The Folly of the Modern Western Church
“But I have this against you, that you have left your first love.” -Revelation 2:4
Where is the vital godliness and holiness that characterized the church in the Acts of the Apostles? Where is the preciousness of Christ? Where is the convicting power of God the Holy Spirit? Where are the sinners crying unto God for mercy? Where are the life-giving evidences of the claims of God upon the lives of so called born again believers? Where is the thundering forth of the law of God so that people may know what sin is? Where is the old fashioned prayer meeting where people meet to cry unto God for the souls of men?
The day in which we now live, of course, is not the first time we have faced the folly of leaving our first love. Unfortunately, this has been a trademark of life in the church since the book of Judges. There is, however, always hope in Jesus. Consider this.
By 1630 Scotland was in need of another revival, a time of visitation by God when a whole community is soaked with His presence. Such had occurred five years earlier in the town of Stewarton under the ministry of David Dickson, and that revival no doubt influenced and moved the people of nearby Shotts, not far from Glasgow, to seek a similar blessing. In accordance with the Scottish Presbyterian tradition of seasonal communion services, Shotts set aside several days in June for people from surrounding communities to come together for soul-searching preaching, calling them to repentance and conversion. A few godly Scottish women of royalty who a few years later were sympathetic toward the cause of the Covenanters (those who sought Scottish independence from England), prevailed upon the local pastor at Shotts, John Home, to invite two powerful Scottish preachers for the occasion—David Dickson, whom God had used so powerfully a few years before at Stewarton, and seventy year old Robert Bruce, a man whom some said was the human instrument God had already used to bring conversion to thousands of people. Instead of the usual plan to end the services on Sunday with communion for those who could give evidence of true conversion, the leaders decided to stay another day, closing with a service of thanksgiving on Monday.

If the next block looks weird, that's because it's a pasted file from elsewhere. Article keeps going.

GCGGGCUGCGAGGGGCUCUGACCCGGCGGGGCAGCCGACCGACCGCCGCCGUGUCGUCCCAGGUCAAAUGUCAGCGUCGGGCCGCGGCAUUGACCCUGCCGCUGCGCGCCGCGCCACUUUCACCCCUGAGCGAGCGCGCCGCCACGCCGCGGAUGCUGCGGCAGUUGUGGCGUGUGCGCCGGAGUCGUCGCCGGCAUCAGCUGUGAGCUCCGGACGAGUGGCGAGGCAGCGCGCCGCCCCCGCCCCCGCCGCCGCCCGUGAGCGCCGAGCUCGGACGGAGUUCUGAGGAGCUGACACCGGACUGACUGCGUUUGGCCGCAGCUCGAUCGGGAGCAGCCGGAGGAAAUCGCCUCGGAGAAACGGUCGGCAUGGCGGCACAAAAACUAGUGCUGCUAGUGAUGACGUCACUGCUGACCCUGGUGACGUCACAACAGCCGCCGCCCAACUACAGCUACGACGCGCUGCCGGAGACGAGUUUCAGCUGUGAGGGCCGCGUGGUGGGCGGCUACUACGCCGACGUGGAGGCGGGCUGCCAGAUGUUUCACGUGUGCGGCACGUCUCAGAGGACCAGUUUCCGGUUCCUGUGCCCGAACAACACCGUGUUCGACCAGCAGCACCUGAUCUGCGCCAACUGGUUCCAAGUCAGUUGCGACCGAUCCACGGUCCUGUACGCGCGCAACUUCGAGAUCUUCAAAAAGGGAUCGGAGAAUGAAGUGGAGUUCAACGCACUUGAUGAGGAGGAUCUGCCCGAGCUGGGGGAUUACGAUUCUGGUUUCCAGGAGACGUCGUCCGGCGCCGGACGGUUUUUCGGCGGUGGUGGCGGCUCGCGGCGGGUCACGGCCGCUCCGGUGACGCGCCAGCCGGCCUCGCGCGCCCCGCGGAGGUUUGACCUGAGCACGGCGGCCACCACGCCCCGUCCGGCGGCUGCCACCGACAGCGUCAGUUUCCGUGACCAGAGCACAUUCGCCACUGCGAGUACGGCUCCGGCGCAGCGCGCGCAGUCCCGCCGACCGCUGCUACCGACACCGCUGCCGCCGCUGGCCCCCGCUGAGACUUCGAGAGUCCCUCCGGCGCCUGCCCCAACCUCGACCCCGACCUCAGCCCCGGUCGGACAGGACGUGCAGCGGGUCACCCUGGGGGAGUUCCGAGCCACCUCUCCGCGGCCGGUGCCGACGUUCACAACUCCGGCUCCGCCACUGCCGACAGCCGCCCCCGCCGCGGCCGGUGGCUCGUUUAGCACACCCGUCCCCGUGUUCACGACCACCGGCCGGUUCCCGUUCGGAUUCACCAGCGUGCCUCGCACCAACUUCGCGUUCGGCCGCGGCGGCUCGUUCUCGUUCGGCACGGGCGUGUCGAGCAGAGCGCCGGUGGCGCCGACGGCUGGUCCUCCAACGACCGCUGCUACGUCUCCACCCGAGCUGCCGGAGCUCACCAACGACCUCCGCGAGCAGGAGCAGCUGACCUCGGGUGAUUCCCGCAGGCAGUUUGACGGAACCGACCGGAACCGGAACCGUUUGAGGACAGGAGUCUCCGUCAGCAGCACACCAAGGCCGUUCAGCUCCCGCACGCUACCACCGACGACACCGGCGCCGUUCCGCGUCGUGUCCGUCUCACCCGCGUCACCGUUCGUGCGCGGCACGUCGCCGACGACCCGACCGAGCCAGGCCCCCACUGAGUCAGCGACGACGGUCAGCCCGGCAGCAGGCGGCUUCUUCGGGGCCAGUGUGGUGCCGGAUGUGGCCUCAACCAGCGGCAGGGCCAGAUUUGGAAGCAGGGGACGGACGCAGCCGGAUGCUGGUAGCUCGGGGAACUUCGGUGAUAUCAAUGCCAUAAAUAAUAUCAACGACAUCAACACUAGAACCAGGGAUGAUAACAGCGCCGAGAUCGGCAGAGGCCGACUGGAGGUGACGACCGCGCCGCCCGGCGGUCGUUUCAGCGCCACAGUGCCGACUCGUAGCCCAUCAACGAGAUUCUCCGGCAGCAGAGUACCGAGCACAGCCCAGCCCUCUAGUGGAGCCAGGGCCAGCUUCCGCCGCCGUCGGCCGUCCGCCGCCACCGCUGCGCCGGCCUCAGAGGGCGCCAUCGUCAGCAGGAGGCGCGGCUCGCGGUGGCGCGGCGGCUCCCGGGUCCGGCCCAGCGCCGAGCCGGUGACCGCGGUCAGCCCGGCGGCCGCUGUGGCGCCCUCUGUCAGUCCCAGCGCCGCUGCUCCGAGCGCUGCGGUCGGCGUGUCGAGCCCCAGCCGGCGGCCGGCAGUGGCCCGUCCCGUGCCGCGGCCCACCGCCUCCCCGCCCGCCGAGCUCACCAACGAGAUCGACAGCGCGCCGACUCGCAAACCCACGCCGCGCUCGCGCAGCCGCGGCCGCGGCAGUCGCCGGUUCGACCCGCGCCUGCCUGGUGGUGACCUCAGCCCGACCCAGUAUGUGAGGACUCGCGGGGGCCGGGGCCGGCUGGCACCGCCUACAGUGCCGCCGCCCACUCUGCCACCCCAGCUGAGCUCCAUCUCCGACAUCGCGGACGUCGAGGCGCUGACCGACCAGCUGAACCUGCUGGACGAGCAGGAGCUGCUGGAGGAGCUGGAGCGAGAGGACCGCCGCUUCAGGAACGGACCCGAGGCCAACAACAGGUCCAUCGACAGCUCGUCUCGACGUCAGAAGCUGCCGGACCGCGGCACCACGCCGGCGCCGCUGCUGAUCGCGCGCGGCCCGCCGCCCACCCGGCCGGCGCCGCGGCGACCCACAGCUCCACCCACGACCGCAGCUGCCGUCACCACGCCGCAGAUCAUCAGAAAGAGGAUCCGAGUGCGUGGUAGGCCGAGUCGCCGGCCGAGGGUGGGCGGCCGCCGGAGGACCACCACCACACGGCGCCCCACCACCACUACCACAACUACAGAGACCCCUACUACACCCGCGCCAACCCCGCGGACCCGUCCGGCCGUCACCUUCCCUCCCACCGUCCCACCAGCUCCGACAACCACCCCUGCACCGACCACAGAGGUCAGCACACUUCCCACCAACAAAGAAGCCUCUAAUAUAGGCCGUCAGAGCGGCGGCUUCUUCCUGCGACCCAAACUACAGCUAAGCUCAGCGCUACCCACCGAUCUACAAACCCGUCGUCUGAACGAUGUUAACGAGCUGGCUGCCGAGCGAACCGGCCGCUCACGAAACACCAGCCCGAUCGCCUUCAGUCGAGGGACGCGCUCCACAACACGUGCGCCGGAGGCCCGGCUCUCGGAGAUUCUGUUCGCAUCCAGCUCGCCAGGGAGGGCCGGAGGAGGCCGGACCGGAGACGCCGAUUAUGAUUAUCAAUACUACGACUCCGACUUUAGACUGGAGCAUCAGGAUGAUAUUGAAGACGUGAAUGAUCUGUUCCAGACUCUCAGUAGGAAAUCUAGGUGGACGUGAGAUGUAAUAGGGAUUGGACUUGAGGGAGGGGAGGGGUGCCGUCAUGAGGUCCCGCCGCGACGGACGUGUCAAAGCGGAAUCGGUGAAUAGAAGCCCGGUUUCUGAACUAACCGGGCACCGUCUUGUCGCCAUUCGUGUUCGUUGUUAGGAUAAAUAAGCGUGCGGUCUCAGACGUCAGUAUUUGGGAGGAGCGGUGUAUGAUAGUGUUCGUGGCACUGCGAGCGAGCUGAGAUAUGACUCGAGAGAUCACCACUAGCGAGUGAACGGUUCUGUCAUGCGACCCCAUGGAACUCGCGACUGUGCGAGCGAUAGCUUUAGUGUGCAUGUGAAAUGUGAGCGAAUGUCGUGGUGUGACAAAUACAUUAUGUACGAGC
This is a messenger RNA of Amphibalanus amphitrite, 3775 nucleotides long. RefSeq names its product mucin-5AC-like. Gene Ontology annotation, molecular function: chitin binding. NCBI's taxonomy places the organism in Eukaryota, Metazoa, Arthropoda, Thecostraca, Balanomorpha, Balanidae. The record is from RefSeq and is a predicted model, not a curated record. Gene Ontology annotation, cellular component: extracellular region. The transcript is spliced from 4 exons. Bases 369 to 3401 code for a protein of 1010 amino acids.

That Sunday evening a number of ministers, elders, and leading women, including both the Marchioness of Hamilton and Lady Culross, met and prayed through the night for an outpouring of the Holy Spirit on the people who would gather the next day. We do not have a record of the prayer meeting but we do know they prayed all night, no doubt asking for the Holy Spirit to visit them powerfully in this last preaching service of the communion season. After the prayer meeting, each having gone his own way for personal devotional time, Lady Culross closed the curtains on her bed and for the next three hours could be heard praying earnestly, with great liberty in the Spirit. At the end of this time she called on Pastor Home and strongly urged that he invite young John Livingston to preach the last service.